“You argue persuasively that parents use dance to instill in their daughters a deeper appreciation of Indian culture and, indeed, to encourage them to “embody” some of its characteristic moral and bodily postures. Although the paper offers several interesting general characterizations of the history of this cultural practice, it would have been strengthened if you had explored the historical development of the practice more fully and in developing your own argument.”
It has taken me years to understand what George meant with this advice. It is hard to see yourself within a history as that history is unfolding. Even harder to develop an argument and a vocabulary that somehow pushes the existing narrative to some new revelation that could adequately explain the very moment in which I found myself—the first generation born and raised in the United States to immigrants who had only been allowed in because of the shifting loyalties of the Cold War and its subsequent Arms and Space Race. It was only much, much later that I could appreciate that the extreme double consciousness I felt as a non-Black, but Brown American was nothing like that experienced by my parents, who were born at the same moment India gained independence from the British. I learned, through their radio silence about racism, racial consciousness is not about seeing yourself like looking in a mirror, but instead, seeing what others see when they look at you.
Because the University of Chicago is a fairly tight-knit Humanities community, my thesis somehow found its way into the hands of a White and British anthropologist who studied Middle Eastern music the year after I graduated. He told me about a discipline called ethnomusicology over coffee one day in his home. Sitting in his living room surrounded by instruments the all seemed to belong in a museum, I learned about a discipline that focused almost exclusively on studying Brown and Black or previously colonized peoples. After completing an undergraduate degree in music which focused exclusively on the Western canonical tradition, this information felt like magic. Here was an intellectual tradition I could see myself in!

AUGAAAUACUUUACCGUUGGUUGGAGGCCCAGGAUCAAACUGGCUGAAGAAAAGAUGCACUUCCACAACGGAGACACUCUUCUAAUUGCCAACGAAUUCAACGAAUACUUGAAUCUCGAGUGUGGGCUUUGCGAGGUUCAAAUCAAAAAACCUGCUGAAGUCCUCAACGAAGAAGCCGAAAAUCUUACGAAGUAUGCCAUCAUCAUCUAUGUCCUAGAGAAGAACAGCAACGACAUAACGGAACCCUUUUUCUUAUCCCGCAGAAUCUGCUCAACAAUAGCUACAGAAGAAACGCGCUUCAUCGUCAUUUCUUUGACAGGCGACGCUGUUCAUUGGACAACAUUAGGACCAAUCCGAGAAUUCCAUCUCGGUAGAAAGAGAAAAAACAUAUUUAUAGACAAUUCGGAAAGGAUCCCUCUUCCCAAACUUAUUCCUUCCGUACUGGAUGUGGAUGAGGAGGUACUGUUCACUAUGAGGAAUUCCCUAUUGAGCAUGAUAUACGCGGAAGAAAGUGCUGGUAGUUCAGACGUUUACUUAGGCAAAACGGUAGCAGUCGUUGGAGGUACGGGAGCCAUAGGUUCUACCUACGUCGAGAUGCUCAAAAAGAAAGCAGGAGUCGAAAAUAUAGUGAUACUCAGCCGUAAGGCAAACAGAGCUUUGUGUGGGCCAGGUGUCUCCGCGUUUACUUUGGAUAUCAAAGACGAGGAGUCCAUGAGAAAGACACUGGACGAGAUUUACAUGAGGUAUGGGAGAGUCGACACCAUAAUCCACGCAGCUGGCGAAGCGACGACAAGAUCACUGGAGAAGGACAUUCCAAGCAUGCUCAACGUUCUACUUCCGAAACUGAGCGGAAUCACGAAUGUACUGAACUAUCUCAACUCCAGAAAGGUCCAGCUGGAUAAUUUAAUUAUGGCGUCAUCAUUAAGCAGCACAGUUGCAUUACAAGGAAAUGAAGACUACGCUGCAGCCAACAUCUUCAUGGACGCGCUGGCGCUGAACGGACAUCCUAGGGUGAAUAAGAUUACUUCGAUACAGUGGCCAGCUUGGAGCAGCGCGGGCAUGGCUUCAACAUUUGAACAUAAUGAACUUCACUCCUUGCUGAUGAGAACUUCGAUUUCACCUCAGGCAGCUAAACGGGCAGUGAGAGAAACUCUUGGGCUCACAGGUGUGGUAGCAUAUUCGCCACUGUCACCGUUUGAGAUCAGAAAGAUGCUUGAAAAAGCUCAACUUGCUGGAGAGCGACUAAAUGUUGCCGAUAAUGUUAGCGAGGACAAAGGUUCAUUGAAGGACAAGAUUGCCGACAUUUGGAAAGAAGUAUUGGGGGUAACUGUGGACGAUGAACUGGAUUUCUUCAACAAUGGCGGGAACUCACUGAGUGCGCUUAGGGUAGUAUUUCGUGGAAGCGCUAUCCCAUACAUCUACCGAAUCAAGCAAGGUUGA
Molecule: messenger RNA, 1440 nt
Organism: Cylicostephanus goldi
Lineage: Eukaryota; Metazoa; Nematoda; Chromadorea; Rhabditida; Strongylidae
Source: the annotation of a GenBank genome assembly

As I trace my journey today, however, I am acutely aware of the detours an academic life has required of me. Perhaps the most instructive: my work and therefore my relationship to dance was forever altered in 2009 when, after a year of marriage, I was forced to acknowledge my relationship was toxic and my husband was abusive. After a lifetime of performing ideal daughterhood and womanhood through dance, the process of removing myself from that destructive relationship and the intense sense of shame and failure that accompanied it kept me away from dance for years. The lack of awareness and support for women like me in the Telugu community, especially the Brahmin community, in the United States would strike me as shocking if it wasn’t coterminous with the crushing expectations of gender conformity and heteronormativity I already knew so well as a dancer. Indeed, one of the central tenets of my academic and activist work is that traditions reproduced for the sake of tradition simply perpetuate social ills like misogyny and gender violence. We live in kaleidescopic times, which require critical thinking, not blind faith in our caste or regional identity. Ultimately, my trajectory into academia reveals that for many of us born into the era of H1-B visas, citizenship has proven ephemeral and often traumatic. And so we must develop new tools, new ways of finding belonging. This is what I strive to do in my work and it is my ardent hope that somewhere out there, another generation of academic ammayylu are asking themselves “what do I want?” As we near Vijay Dasami in 2018, over three decades since my story began, this is my wish for them, to ask the questions in their own hearts, and to be heard on their own terms.